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A Graveyard For Vanished Buildings

26 October 2005

A Graveyard For Vanished Buildings

A temporary graveyard will soon appear in the grounds of Old St Paul's, the historic wooden church in central Wellington. From 10th - 21st November, 50 marble blocks, each one bearing the name of a vanished Wellington building, will be on show outside the church.

The exhibition 50 Stones by Wellington sculptor Nick Dryden both celebrates and commemorates the changing face of Wellington. It also celebrates the 50th anniversary of the Historic Places Trust, founded in 1955 after a successful campaign to save Old St Paul's.

Nick conceived the exhibition late last year, when he learned of the demolition of 85-year old Maritime House, made from the same Takaka marble as Parliament Buildings. He salvaged three skip-loads of the largest pieces. "I decided to use them to commemorate these beautiful old craft buildings which were being bowled in a flicker."

Nick and his wife, heritage advisor Barbara Fill, researched and selected a further 49 of Wellington's now-vanished historic buildings, including the Chief Post Office, Wellington Hospital, the Majestic Theatre, several pubs and banks, the Tonks Ave precinct and two large private houses in Mt Cook. Each block was etched with the name of one of these buildings, the dates of its construction and demolition, and the name of the architect or builder. "The stones are a memorial," says Nick, "for the fifty wonderful buildings we've lost, and also all those lost skills, crafts and materials, which we'll probably never see again."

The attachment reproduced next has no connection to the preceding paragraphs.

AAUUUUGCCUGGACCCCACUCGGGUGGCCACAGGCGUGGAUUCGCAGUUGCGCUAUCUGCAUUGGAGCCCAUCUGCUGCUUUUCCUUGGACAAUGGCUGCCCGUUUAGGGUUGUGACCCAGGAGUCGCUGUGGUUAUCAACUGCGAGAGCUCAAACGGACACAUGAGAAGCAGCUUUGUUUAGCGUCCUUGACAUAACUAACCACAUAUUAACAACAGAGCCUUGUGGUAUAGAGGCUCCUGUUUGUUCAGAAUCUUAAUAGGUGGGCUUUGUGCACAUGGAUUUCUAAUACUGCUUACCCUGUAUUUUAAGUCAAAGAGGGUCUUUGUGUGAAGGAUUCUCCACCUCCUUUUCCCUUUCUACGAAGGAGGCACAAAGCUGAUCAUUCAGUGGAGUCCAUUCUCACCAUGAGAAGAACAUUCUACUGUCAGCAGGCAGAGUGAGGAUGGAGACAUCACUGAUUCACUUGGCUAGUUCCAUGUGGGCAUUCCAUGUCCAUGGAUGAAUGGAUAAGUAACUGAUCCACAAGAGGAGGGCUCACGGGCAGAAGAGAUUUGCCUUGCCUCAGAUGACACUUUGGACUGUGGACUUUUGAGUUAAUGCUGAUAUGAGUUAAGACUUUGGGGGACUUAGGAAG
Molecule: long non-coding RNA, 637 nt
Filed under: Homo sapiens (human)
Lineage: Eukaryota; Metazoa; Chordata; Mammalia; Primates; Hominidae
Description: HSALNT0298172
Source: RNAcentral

The exhibition includes a short film showing many of these buildings before and after demolition, which will screen continuously inside Old St Paul’s.

Nick found working with our only local marble was a powerful experience. "Marble is a very special material. It starts as the skeletons of prehistoric creatures laid down on the ocean floor, which becomes limestone and is eventually converted to marble by geological pressures. The end product is the crystallised bones of our pre-history."

Nick Dryden has worked as a sculptor for 12 years, including nine months at the Dellatolas Marble Sculpture Studio in Tinos, Greece. His commissioned works are held in private and public collections in New Zealand and overseas.

ENDS


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